Elephants never forget. Neither does Google

Negative headlines have the potential to stick to the first page of search results for months, even years after the event, so your crisis isn't over until Google says it is.

Your crisis isn't over until Google says it is, warns Alex Judd
Your crisis isn't over until Google says it is, warns Alex Judd

Imagine the situation: It's Friday afternoon and you've finally got a handle on your brand's crisis.

The media swirl has stopped, social media’s calm, everyone’s happy. It’ll be forgotten in a couple of months; time to hit the pub.

Read next: "Never tell a journalist it's not a story" – Daily Mirror editor offers crisis comms tips

But as you’re taking a sip of your first pint, celebrating your hard work, I’ve got some bad news: You couldn’t be more wrong.

See, Google is just like an elephant: it never forgets. When using the search engine, it trawls through every piece of content on the web to serve up the most relevant and useful information to a query.

And, whether you like it or not, people are searching specifically for your brand every single day.

If someone’s interested enough to search for your brand, they’re far more likely to convert (whether that’s buying your product or service).

Or they could be potential employees or journalists researching a story. It's also been proven that people trust Google's search results more than any other source of information, on or offline.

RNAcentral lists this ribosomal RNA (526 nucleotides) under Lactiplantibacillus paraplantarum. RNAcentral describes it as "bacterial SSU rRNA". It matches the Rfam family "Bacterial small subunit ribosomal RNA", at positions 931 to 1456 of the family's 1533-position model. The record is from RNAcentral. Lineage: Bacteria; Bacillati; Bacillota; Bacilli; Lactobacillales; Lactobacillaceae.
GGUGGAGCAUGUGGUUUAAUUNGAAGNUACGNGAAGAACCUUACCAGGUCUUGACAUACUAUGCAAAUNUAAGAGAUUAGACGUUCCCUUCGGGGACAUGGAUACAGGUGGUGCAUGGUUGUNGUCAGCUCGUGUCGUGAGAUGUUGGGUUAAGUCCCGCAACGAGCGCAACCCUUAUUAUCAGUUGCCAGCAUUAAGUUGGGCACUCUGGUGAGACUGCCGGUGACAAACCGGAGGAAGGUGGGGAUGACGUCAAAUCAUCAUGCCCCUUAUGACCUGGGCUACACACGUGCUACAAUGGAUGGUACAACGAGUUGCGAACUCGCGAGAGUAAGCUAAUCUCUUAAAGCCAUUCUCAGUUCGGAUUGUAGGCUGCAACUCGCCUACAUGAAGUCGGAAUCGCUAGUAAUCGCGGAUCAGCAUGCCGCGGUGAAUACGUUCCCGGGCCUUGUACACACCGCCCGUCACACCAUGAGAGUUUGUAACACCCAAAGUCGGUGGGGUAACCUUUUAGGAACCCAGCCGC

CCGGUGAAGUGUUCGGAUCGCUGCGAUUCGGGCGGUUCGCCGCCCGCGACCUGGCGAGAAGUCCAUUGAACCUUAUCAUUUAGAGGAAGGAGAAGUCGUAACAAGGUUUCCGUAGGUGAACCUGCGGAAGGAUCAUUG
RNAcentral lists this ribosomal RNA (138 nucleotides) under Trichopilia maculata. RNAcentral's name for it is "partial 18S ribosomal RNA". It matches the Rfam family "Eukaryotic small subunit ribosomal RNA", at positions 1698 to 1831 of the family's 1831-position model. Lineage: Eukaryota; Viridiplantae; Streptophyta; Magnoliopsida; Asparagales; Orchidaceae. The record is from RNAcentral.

So, as masters of reputation, these are the searches you should be concerned about.

People rarely make it past the first page of search results and practically no-one makes it past the second page; meaning you have a very narrow area to present a positive, controlled message within the search results for your brand.

The chances are that the crisis you’ve been dealing with was covered by high-profile media and had a ton of engagement – which Google loves. That means those headlines have the potential to stick to the first page of your search results for months, even years after the event.

So those people searching for your brand – potential customers, employees, investors or whoever – will be constantly reminded of that issue, which will naturally impact your reputation and, ultimately, your bottom line.

There are countless brands out there which have this issue, a prime example being Tesco Bank.

Go ahead and Google them and you’ll be given a stark reminder of when thousands of their customers had their accounts hacked.

With more than 450,000 people searching for their brand each month, that's a lot of people being reminded.

However, this can be countered. By connecting your digital assets and sending the right signals to Google, you can better influence your search results and take control of your own narrative.

That requires specialists across the marketing spectrum working together to create a resilient brand presence.

It's time to ditch the "integration" rhetoric and start delivering on it, because your crisis isn’t over until Google says so.

Alex Judd is GCore business director at Grayling

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